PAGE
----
Modal Agency Inventories (cont.)
86
Multimodal Investment Networks
  • Development of a multimodal impact statement
  • Need and purpose
  • Rationale for selected alternative
  • Integration and implementation plan

87
Multimodal Investment Networks (cont.)
  • One page summary chart format complete (Quad
    chart)
  • Eight page document methodology per MIN has been
    completed
  • Ratings as given by Steering Committee are being
    codified and rationalized

88
Multimodal Investment Networks (cont.)
  • Bicycle Greenway
  • Driver/Traveler Education
  • Commercial Services at intermodal locations
  • Space transportation
  • Olympics
  • High-tech rail
  • Cruise ship terminals
  • Door-to-door freight
  • Coal/mineral transportation
  • Urban undergrounds
  • Urban public/personal transportation
  • Tourism centers
  • Multimodal service areas
  • Innovative transit solutions
  • Innovative parking solutions
  • Urban corridors
  • -DC-RIC
  • -RIC-NOR
  • Hampton Roads Third Crossing
  • Dulles Corridor
  • TransAmerica 460 Corridor
  • Coalfield Route - Double Stack Initiative
  • Eastern Virginia Airport
  • Jamestown 2007
  • I-64 Corridor
  • I-58 Corridor
  • I-81 Corridor
  • Disaster Evacuation
  • Airport Access
  • Telework
  • Ridematch
  • Congestion pricing, HOV
  • Network of National parks
  • Chincoteague Bridges
  • Charlottesville Unjam

89
Multimodal Investment Networks (cont.) - Summary
90
Multimodal Investment Networks (cont.) - Summary
  • I. Introduction
  • MIN concept and location map
  • Sponsoring agency and contact information
  • Participating agencies and distribution list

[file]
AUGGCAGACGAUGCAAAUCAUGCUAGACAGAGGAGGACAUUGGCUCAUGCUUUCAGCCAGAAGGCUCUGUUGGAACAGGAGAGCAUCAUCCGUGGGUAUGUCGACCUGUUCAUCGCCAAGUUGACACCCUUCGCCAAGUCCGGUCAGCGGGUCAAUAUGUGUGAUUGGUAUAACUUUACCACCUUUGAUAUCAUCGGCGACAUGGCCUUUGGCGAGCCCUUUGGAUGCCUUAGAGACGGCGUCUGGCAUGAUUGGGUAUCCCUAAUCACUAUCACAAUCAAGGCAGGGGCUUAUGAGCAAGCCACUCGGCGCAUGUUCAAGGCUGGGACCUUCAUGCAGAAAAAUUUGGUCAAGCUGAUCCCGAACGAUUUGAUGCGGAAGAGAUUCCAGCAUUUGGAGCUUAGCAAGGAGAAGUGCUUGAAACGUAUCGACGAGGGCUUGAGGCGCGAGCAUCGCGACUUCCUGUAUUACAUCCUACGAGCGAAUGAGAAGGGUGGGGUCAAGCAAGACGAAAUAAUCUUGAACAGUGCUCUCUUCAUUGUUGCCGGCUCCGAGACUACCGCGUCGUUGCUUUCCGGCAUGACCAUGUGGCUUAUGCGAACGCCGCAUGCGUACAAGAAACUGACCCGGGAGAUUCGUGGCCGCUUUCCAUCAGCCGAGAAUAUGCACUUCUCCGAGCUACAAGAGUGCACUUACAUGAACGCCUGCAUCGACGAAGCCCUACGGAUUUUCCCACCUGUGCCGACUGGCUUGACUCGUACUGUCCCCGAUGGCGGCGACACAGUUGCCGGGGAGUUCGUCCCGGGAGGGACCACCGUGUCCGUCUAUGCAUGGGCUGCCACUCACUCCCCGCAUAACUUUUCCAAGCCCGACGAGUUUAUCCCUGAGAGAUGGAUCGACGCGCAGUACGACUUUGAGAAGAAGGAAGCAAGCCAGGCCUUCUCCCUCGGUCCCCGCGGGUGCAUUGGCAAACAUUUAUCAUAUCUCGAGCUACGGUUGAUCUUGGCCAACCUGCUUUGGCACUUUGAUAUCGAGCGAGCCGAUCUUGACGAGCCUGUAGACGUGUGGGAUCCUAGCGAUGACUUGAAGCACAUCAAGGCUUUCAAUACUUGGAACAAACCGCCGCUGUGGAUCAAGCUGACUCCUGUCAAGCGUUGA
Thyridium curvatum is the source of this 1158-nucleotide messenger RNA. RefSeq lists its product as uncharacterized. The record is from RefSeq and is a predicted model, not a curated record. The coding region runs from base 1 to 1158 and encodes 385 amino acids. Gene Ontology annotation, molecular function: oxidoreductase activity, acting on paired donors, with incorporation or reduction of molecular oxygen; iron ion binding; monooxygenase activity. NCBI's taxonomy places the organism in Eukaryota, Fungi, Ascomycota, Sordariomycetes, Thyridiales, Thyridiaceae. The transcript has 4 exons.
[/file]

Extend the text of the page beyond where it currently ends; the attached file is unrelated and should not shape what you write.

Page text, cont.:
• References, web sites, reports, etc.
  • II. Need and purpose of multimodal system
  • Need and purpose, assessing intermodal
    connectivity
  • Relevant performance criteria and stakeholders
  • Strengths, weaknesses, opportunities, threats,
    e.g., demographic trends
  • Identify precedents and lessons learned

91
Multimodal Investment Networks (cont.) - Summary
  • III. Rationale for selected alternative
  • Rationale for selected MIN alternative, e.g., B/C
    analysis
  • All alternatives, including no-action
  • Alternatives not explored further
  • Alternatives comparison by performance criteria
  • Cost estimation
  • IV. Integration plan
  • Summary integration/implementation plan
  • Constituent modal projects of the MIN
  • Government, private, stakeholder coordination and
    funding
  • Environmental approvals
  • Milestones, schedule, costs, and
    interdependencies
  • Interim assessment and evaluation, contingency
    plans

92
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93
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94
Hampton Roads Third Crossing
  • I. Introduction
  • VDOT, in cooperation with the Federal Highway
    Administration (FHWA) is
  • proposing to construct a new bridge-tunnel
    crossing of Hampton Roads in
  • southeastern Virginia.
  • II. Need and purpose of multimodal system
  • A contributor to congestion at the Hampton Roads
    Bridge Tunnel is the fact
  • that the facility frequently operates at capacity
    during the peak hour. As
  • daily volumes continue to grow, congestion is
    likely to spread out over a
  • longer time period. The duration of congested
    periods will increase causing
  • the rush hour to become a rush period.
  • Relevant goals, objectives, performance measures,